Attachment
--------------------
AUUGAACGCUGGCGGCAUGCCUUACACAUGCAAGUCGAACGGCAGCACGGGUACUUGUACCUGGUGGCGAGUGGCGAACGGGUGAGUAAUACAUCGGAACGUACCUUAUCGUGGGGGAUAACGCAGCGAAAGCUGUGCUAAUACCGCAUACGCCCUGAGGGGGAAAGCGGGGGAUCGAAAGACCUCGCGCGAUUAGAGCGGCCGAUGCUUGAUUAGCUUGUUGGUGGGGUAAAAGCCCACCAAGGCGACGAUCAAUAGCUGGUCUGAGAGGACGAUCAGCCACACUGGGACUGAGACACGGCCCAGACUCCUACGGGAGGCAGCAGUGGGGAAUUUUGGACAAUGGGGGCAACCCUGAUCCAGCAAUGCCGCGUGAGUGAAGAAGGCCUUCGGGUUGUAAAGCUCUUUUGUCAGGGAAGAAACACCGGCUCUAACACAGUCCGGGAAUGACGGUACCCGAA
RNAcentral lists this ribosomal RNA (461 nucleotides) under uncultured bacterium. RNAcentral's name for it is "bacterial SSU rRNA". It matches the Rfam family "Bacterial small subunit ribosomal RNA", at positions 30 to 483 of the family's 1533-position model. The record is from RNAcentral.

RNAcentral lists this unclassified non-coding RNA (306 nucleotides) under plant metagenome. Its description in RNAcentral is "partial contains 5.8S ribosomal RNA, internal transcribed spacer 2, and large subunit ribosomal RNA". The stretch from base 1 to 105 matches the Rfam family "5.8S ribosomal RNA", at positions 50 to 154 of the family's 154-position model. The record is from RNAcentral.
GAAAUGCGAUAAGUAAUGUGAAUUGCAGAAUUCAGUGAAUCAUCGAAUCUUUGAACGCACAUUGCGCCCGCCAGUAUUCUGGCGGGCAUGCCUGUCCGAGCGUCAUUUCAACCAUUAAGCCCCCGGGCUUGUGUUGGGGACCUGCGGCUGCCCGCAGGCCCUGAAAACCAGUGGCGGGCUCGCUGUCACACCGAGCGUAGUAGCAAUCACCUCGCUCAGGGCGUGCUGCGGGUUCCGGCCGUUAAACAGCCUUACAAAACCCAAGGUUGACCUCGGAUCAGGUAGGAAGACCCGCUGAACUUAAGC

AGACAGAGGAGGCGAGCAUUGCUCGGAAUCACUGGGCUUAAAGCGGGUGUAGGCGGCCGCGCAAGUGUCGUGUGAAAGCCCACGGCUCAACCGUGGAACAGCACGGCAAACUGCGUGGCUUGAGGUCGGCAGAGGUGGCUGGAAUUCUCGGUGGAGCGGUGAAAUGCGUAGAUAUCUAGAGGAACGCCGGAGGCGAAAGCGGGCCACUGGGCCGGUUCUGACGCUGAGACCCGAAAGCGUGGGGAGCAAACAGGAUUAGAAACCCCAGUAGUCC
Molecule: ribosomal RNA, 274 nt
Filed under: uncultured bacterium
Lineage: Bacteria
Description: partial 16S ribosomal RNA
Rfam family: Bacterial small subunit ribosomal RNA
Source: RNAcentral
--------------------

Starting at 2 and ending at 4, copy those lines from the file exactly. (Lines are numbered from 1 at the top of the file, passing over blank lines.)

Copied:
RNAcentral lists this ribosomal RNA (461 nucleotides) under uncultured bacterium. RNAcentral's name for it is "bacterial SSU rRNA". It matches the Rfam family "Bacterial small subunit ribosomal RNA", at positions 30 to 483 of the family's 1533-position model. The record is from RNAcentral.

RNAcentral lists this unclassified non-coding RNA (306 nucleotides) under plant metagenome. Its description in RNAcentral is "partial contains 5.8S ribosomal RNA, internal transcribed spacer 2, and large subunit ribosomal RNA". The stretch from base 1 to 105 matches the Rfam family "5.8S ribosomal RNA", at positions 50 to 154 of the family's 154-position model. The record is from RNAcentral.
GAAAUGCGAUAAGUAAUGUGAAUUGCAGAAUUCAGUGAAUCAUCGAAUCUUUGAACGCACAUUGCGCCCGCCAGUAUUCUGGCGGGCAUGCCUGUCCGAGCGUCAUUUCAACCAUUAAGCCCCCGGGCUUGUGUUGGGGACCUGCGGCUGCCCGCAGGCCCUGAAAACCAGUGGCGGGCUCGCUGUCACACCGAGCGUAGUAGCAAUCACCUCGCUCAGGGCGUGCUGCGGGUUCCGGCCGUUAAACAGCCUUACAAAACCCAAGGUUGACCUCGGAUCAGGUAGGAAGACCCGCUGAACUUAAGC